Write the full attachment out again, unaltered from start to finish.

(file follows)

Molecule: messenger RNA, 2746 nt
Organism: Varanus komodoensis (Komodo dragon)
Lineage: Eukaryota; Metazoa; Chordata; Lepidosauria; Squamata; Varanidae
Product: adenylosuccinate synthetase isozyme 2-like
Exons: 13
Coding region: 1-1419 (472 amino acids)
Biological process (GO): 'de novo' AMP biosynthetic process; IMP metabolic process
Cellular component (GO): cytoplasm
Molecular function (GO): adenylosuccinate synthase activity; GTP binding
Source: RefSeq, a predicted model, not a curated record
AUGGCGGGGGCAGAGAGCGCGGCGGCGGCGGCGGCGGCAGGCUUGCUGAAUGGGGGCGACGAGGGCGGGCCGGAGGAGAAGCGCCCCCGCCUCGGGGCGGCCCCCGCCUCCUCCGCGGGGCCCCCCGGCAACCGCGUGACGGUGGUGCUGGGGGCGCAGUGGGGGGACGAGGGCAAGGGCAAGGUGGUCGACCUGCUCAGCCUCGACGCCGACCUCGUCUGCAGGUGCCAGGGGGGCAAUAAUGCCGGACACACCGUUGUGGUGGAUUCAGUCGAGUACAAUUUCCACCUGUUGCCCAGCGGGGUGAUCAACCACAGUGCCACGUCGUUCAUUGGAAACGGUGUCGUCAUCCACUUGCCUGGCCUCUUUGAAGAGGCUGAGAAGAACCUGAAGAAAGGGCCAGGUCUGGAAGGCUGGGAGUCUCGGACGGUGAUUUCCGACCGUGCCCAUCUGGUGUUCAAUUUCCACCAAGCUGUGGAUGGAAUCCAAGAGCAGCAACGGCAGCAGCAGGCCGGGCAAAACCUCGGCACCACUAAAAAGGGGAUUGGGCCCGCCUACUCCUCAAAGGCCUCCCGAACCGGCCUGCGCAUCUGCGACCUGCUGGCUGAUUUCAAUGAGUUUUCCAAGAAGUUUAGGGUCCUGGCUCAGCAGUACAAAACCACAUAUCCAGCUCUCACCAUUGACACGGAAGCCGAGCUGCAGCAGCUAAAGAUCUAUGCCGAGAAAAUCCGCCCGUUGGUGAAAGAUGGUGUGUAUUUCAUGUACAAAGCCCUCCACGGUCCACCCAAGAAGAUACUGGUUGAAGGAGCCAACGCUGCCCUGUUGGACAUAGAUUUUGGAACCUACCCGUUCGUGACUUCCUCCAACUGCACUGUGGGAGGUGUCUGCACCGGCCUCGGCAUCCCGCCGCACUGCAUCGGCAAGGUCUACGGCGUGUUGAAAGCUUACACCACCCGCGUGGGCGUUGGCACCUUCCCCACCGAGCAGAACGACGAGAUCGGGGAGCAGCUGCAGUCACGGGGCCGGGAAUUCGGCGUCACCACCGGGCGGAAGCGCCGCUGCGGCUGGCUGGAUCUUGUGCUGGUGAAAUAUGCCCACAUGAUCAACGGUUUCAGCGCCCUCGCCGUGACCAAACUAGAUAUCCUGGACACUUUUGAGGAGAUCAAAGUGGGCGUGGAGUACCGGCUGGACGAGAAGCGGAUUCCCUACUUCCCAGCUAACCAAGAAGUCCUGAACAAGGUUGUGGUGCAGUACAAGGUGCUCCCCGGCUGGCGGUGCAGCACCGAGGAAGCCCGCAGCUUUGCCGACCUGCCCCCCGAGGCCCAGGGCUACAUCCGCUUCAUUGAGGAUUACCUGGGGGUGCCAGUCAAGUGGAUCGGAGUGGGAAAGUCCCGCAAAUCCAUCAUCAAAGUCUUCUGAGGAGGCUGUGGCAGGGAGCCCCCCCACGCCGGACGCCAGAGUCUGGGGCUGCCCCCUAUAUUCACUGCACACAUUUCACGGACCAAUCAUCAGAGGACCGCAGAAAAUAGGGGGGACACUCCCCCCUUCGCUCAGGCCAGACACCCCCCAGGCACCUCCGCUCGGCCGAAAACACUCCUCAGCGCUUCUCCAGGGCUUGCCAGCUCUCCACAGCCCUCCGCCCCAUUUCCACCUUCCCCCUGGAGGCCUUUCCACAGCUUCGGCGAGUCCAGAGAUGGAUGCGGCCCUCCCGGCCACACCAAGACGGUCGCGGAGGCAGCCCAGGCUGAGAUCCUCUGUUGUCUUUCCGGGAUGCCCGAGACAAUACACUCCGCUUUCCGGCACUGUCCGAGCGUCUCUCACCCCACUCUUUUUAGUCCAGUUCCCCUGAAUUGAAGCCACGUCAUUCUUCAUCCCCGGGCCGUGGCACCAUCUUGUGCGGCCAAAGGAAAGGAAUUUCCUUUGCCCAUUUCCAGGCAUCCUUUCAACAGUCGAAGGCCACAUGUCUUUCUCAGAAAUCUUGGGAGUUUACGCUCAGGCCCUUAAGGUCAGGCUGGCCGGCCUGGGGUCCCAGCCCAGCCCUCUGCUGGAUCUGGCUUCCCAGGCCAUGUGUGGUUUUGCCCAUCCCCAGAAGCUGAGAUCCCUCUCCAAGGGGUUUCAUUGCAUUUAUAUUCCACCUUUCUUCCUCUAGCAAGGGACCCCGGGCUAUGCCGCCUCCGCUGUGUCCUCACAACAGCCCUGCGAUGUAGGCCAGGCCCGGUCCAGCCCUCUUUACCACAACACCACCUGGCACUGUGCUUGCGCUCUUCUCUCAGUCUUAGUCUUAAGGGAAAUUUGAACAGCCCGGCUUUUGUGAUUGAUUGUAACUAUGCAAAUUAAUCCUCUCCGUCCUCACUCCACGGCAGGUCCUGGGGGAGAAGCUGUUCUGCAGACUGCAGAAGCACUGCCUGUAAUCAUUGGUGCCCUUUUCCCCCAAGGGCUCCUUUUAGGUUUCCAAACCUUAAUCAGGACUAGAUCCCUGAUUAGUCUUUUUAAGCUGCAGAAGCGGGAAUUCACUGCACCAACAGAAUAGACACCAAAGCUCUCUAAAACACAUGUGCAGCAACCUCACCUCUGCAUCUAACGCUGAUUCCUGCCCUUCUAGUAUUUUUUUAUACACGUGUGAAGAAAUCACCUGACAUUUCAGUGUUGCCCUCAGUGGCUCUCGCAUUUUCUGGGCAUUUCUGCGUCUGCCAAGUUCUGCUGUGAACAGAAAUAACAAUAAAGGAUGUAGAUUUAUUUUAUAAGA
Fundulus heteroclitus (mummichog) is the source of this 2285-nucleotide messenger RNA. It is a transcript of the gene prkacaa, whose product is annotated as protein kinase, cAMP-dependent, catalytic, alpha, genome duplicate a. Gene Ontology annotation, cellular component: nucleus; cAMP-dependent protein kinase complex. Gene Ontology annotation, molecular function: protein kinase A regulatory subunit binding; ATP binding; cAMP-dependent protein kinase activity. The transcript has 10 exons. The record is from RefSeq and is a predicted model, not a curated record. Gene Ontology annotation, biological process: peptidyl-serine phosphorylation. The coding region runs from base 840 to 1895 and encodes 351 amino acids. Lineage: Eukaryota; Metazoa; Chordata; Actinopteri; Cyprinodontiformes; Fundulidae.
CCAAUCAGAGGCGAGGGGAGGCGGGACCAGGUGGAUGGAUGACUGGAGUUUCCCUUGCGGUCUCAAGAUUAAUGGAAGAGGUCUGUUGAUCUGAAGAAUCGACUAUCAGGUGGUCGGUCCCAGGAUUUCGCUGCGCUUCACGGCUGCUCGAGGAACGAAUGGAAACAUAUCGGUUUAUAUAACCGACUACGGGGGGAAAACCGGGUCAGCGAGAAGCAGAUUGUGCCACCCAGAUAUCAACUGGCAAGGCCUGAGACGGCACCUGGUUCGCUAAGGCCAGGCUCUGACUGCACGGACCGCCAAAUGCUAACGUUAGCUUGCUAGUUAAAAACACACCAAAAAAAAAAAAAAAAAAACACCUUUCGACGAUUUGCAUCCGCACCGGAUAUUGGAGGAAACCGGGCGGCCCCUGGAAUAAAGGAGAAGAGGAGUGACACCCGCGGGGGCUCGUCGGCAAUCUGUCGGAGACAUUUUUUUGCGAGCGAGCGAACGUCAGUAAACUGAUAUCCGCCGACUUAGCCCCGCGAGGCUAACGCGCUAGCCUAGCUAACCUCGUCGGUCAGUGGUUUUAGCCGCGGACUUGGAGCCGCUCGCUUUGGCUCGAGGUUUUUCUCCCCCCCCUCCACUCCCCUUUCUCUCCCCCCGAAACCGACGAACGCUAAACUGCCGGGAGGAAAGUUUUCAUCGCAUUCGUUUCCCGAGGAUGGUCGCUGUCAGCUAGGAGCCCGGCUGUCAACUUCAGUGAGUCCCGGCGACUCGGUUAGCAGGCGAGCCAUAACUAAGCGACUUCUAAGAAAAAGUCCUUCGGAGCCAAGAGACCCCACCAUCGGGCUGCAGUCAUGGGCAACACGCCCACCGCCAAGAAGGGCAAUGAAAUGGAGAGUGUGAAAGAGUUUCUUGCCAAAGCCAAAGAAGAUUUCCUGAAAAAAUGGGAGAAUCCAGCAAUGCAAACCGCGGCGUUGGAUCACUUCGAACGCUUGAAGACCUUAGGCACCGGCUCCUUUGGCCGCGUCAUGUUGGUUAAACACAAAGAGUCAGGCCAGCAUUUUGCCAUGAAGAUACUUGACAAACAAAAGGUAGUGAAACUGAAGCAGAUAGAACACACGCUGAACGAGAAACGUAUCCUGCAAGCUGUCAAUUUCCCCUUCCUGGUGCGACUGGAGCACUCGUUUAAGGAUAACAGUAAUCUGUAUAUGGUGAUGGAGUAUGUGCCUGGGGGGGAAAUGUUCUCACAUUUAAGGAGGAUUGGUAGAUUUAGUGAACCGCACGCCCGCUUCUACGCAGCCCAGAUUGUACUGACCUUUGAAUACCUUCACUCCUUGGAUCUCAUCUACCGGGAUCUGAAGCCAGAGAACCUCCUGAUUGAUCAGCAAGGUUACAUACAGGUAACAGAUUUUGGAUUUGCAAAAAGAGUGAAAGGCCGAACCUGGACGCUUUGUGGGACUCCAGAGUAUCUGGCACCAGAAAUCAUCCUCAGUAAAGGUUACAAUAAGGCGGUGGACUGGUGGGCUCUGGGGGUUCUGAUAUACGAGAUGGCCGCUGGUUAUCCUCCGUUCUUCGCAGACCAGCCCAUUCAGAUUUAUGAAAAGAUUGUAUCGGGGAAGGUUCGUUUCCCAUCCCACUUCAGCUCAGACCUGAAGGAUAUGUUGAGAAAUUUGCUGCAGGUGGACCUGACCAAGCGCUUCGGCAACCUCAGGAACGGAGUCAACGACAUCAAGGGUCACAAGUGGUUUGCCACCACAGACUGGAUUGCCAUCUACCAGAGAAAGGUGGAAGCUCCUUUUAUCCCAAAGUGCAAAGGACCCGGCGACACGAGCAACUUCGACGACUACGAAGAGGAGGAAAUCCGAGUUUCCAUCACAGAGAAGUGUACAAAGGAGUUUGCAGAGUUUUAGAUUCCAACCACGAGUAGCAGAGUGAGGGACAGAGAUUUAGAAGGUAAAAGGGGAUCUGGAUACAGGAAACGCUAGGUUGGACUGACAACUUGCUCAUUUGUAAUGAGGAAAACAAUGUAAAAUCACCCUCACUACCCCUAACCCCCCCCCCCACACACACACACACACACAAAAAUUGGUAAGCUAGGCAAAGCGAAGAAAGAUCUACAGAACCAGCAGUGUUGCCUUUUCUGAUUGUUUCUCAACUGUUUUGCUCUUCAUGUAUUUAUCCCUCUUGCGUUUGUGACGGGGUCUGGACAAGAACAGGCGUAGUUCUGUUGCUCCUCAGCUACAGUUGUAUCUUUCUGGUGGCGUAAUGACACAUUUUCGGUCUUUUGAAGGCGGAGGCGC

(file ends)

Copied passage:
Molecule: messenger RNA, 2746 nt
Organism: Varanus komodoensis (Komodo dragon)
Lineage: Eukaryota; Metazoa; Chordata; Lepidosauria; Squamata; Varanidae
Product: adenylosuccinate synthetase isozyme 2-like
Exons: 13
Coding region: 1-1419 (472 amino acids)
Biological process (GO): 'de novo' AMP biosynthetic process; IMP metabolic process
Cellular component (GO): cytoplasm
Molecular function (GO): adenylosuccinate synthase activity; GTP binding
Source: RefSeq, a predicted model, not a curated record
AUGGCGGGGGCAGAGAGCGCGGCGGCGGCGGCGGCGGCAGGCUUGCUGAAUGGGGGCGACGAGGGCGGGCCGGAGGAGAAGCGCCCCCGCCUCGGGGCGGCCCCCGCCUCCUCCGCGGGGCCCCCCGGCAACCGCGUGACGGUGGUGCUGGGGGCGCAGUGGGGGGACGAGGGCAAGGGCAAGGUGGUCGACCUGCUCAGCCUCGACGCCGACCUCGUCUGCAGGUGCCAGGGGGGCAAUAAUGCCGGACACACCGUUGUGGUGGAUUCAGUCGAGUACAAUUUCCACCUGUUGCCCAGCGGGGUGAUCAACCACAGUGCCACGUCGUUCAUUGGAAACGGUGUCGUCAUCCACUUGCCUGGCCUCUUUGAAGAGGCUGAGAAGAACCUGAAGAAAGGGCCAGGUCUGGAAGGCUGGGAGUCUCGGACGGUGAUUUCCGACCGUGCCCAUCUGGUGUUCAAUUUCCACCAAGCUGUGGAUGGAAUCCAAGAGCAGCAACGGCAGCAGCAGGCCGGGCAAAACCUCGGCACCACUAAAAAGGGGAUUGGGCCCGCCUACUCCUCAAAGGCCUCCCGAACCGGCCUGCGCAUCUGCGACCUGCUGGCUGAUUUCAAUGAGUUUUCCAAGAAGUUUAGGGUCCUGGCUCAGCAGUACAAAACCACAUAUCCAGCUCUCACCAUUGACACGGAAGCCGAGCUGCAGCAGCUAAAGAUCUAUGCCGAGAAAAUCCGCCCGUUGGUGAAAGAUGGUGUGUAUUUCAUGUACAAAGCCCUCCACGGUCCACCCAAGAAGAUACUGGUUGAAGGAGCCAACGCUGCCCUGUUGGACAUAGAUUUUGGAACCUACCCGUUCGUGACUUCCUCCAACUGCACUGUGGGAGGUGUCUGCACCGGCCUCGGCAUCCCGCCGCACUGCAUCGGCAAGGUCUACGGCGUGUUGAAAGCUUACACCACCCGCGUGGGCGUUGGCACCUUCCCCACCGAGCAGAACGACGAGAUCGGGGAGCAGCUGCAGUCACGGGGCCGGGAAUUCGGCGUCACCACCGGGCGGAAGCGCCGCUGCGGCUGGCUGGAUCUUGUGCUGGUGAAAUAUGCCCACAUGAUCAACGGUUUCAGCGCCCUCGCCGUGACCAAACUAGAUAUCCUGGACACUUUUGAGGAGAUCAAAGUGGGCGUGGAGUACCGGCUGGACGAGAAGCGGAUUCCCUACUUCCCAGCUAACCAAGAAGUCCUGAACAAGGUUGUGGUGCAGUACAAGGUGCUCCCCGGCUGGCGGUGCAGCACCGAGGAAGCCCGCAGCUUUGCCGACCUGCCCCCCGAGGCCCAGGGCUACAUCCGCUUCAUUGAGGAUUACCUGGGGGUGCCAGUCAAGUGGAUCGGAGUGGGAAAGUCCCGCAAAUCCAUCAUCAAAGUCUUCUGAGGAGGCUGUGGCAGGGAGCCCCCCCACGCCGGACGCCAGAGUCUGGGGCUGCCCCCUAUAUUCACUGCACACAUUUCACGGACCAAUCAUCAGAGGACCGCAGAAAAUAGGGGGGACACUCCCCCCUUCGCUCAGGCCAGACACCCCCCAGGCACCUCCGCUCGGCCGAAAACACUCCUCAGCGCUUCUCCAGGGCUUGCCAGCUCUCCACAGCCCUCCGCCCCAUUUCCACCUUCCCCCUGGAGGCCUUUCCACAGCUUCGGCGAGUCCAGAGAUGGAUGCGGCCCUCCCGGCCACACCAAGACGGUCGCGGAGGCAGCCCAGGCUGAGAUCCUCUGUUGUCUUUCCGGGAUGCCCGAGACAAUACACUCCGCUUUCCGGCACUGUCCGAGCGUCUCUCACCCCACUCUUUUUAGUCCAGUUCCCCUGAAUUGAAGCCACGUCAUUCUUCAUCCCCGGGCCGUGGCACCAUCUUGUGCGGCCAAAGGAAAGGAAUUUCCUUUGCCCAUUUCCAGGCAUCCUUUCAACAGUCGAAGGCCACAUGUCUUUCUCAGAAAUCUUGGGAGUUUACGCUCAGGCCCUUAAGGUCAGGCUGGCCGGCCUGGGGUCCCAGCCCAGCCCUCUGCUGGAUCUGGCUUCCCAGGCCAUGUGUGGUUUUGCCCAUCCCCAGAAGCUGAGAUCCCUCUCCAAGGGGUUUCAUUGCAUUUAUAUUCCACCUUUCUUCCUCUAGCAAGGGACCCCGGGCUAUGCCGCCUCCGCUGUGUCCUCACAACAGCCCUGCGAUGUAGGCCAGGCCCGGUCCAGCCCUCUUUACCACAACACCACCUGGCACUGUGCUUGCGCUCUUCUCUCAGUCUUAGUCUUAAGGGAAAUUUGAACAGCCCGGCUUUUGUGAUUGAUUGUAACUAUGCAAAUUAAUCCUCUCCGUCCUCACUCCACGGCAGGUCCUGGGGGAGAAGCUGUUCUGCAGACUGCAGAAGCACUGCCUGUAAUCAUUGGUGCCCUUUUCCCCCAAGGGCUCCUUUUAGGUUUCCAAACCUUAAUCAGGACUAGAUCCCUGAUUAGUCUUUUUAAGCUGCAGAAGCGGGAAUUCACUGCACCAACAGAAUAGACACCAAAGCUCUCUAAAACACAUGUGCAGCAACCUCACCUCUGCAUCUAACGCUGAUUCCUGCCCUUCUAGUAUUUUUUUAUACACGUGUGAAGAAAUCACCUGACAUUUCAGUGUUGCCCUCAGUGGCUCUCGCAUUUUCUGGGCAUUUCUGCGUCUGCCAAGUUCUGCUGUGAACAGAAAUAACAAUAAAGGAUGUAGAUUUAUUUUAUAAGA
Fundulus heteroclitus (mummichog) is the source of this 2285-nucleotide messenger RNA. It is a transcript of the gene prkacaa, whose product is annotated as protein kinase, cAMP-dependent, catalytic, alpha, genome duplicate a. Gene Ontology annotation, cellular component: nucleus; cAMP-dependent protein kinase complex. Gene Ontology annotation, molecular function: protein kinase A regulatory subunit binding; ATP binding; cAMP-dependent protein kinase activity. The transcript has 10 exons. The record is from RefSeq and is a predicted model, not a curated record. Gene Ontology annotation, biological process: peptidyl-serine phosphorylation. The coding region runs from base 840 to 1895 and encodes 351 amino acids. Lineage: Eukaryota; Metazoa; Chordata; Actinopteri; Cyprinodontiformes; Fundulidae.
CCAAUCAGAGGCGAGGGGAGGCGGGACCAGGUGGAUGGAUGACUGGAGUUUCCCUUGCGGUCUCAAGAUUAAUGGAAGAGGUCUGUUGAUCUGAAGAAUCGACUAUCAGGUGGUCGGUCCCAGGAUUUCGCUGCGCUUCACGGCUGCUCGAGGAACGAAUGGAAACAUAUCGGUUUAUAUAACCGACUACGGGGGGAAAACCGGGUCAGCGAGAAGCAGAUUGUGCCACCCAGAUAUCAACUGGCAAGGCCUGAGACGGCACCUGGUUCGCUAAGGCCAGGCUCUGACUGCACGGACCGCCAAAUGCUAACGUUAGCUUGCUAGUUAAAAACACACCAAAAAAAAAAAAAAAAAAACACCUUUCGACGAUUUGCAUCCGCACCGGAUAUUGGAGGAAACCGGGCGGCCCCUGGAAUAAAGGAGAAGAGGAGUGACACCCGCGGGGGCUCGUCGGCAAUCUGUCGGAGACAUUUUUUUGCGAGCGAGCGAACGUCAGUAAACUGAUAUCCGCCGACUUAGCCCCGCGAGGCUAACGCGCUAGCCUAGCUAACCUCGUCGGUCAGUGGUUUUAGCCGCGGACUUGGAGCCGCUCGCUUUGGCUCGAGGUUUUUCUCCCCCCCCUCCACUCCCCUUUCUCUCCCCCCGAAACCGACGAACGCUAAACUGCCGGGAGGAAAGUUUUCAUCGCAUUCGUUUCCCGAGGAUGGUCGCUGUCAGCUAGGAGCCCGGCUGUCAACUUCAGUGAGUCCCGGCGACUCGGUUAGCAGGCGAGCCAUAACUAAGCGACUUCUAAGAAAAAGUCCUUCGGAGCCAAGAGACCCCACCAUCGGGCUGCAGUCAUGGGCAACACGCCCACCGCCAAGAAGGGCAAUGAAAUGGAGAGUGUGAAAGAGUUUCUUGCCAAAGCCAAAGAAGAUUUCCUGAAAAAAUGGGAGAAUCCAGCAAUGCAAACCGCGGCGUUGGAUCACUUCGAACGCUUGAAGACCUUAGGCACCGGCUCCUUUGGCCGCGUCAUGUUGGUUAAACACAAAGAGUCAGGCCAGCAUUUUGCCAUGAAGAUACUUGACAAACAAAAGGUAGUGAAACUGAAGCAGAUAGAACACACGCUGAACGAGAAACGUAUCCUGCAAGCUGUCAAUUUCCCCUUCCUGGUGCGACUGGAGCACUCGUUUAAGGAUAACAGUAAUCUGUAUAUGGUGAUGGAGUAUGUGCCUGGGGGGGAAAUGUUCUCACAUUUAAGGAGGAUUGGUAGAUUUAGUGAACCGCACGCCCGCUUCUACGCAGCCCAGAUUGUACUGACCUUUGAAUACCUUCACUCCUUGGAUCUCAUCUACCGGGAUCUGAAGCCAGAGAACCUCCUGAUUGAUCAGCAAGGUUACAUACAGGUAACAGAUUUUGGAUUUGCAAAAAGAGUGAAAGGCCGAACCUGGACGCUUUGUGGGACUCCAGAGUAUCUGGCACCAGAAAUCAUCCUCAGUAAAGGUUACAAUAAGGCGGUGGACUGGUGGGCUCUGGGGGUUCUGAUAUACGAGAUGGCCGCUGGUUAUCCUCCGUUCUUCGCAGACCAGCCCAUUCAGAUUUAUGAAAAGAUUGUAUCGGGGAAGGUUCGUUUCCCAUCCCACUUCAGCUCAGACCUGAAGGAUAUGUUGAGAAAUUUGCUGCAGGUGGACCUGACCAAGCGCUUCGGCAACCUCAGGAACGGAGUCAACGACAUCAAGGGUCACAAGUGGUUUGCCACCACAGACUGGAUUGCCAUCUACCAGAGAAAGGUGGAAGCUCCUUUUAUCCCAAAGUGCAAAGGACCCGGCGACACGAGCAACUUCGACGACUACGAAGAGGAGGAAAUCCGAGUUUCCAUCACAGAGAAGUGUACAAAGGAGUUUGCAGAGUUUUAGAUUCCAACCACGAGUAGCAGAGUGAGGGACAGAGAUUUAGAAGGUAAAAGGGGAUCUGGAUACAGGAAACGCUAGGUUGGACUGACAACUUGCUCAUUUGUAAUGAGGAAAACAAUGUAAAAUCACCCUCACUACCCCUAACCCCCCCCCCCACACACACACACACACACAAAAAUUGGUAAGCUAGGCAAAGCGAAGAAAGAUCUACAGAACCAGCAGUGUUGCCUUUUCUGAUUGUUUCUCAACUGUUUUGCUCUUCAUGUAUUUAUCCCUCUUGCGUUUGUGACGGGGUCUGGACAAGAACAGGCGUAGUUCUGUUGCUCCUCAGCUACAGUUGUAUCUUUCUGGUGGCGUAAUGACACAUUUUCGGUCUUUUGAAGGCGGAGGCGC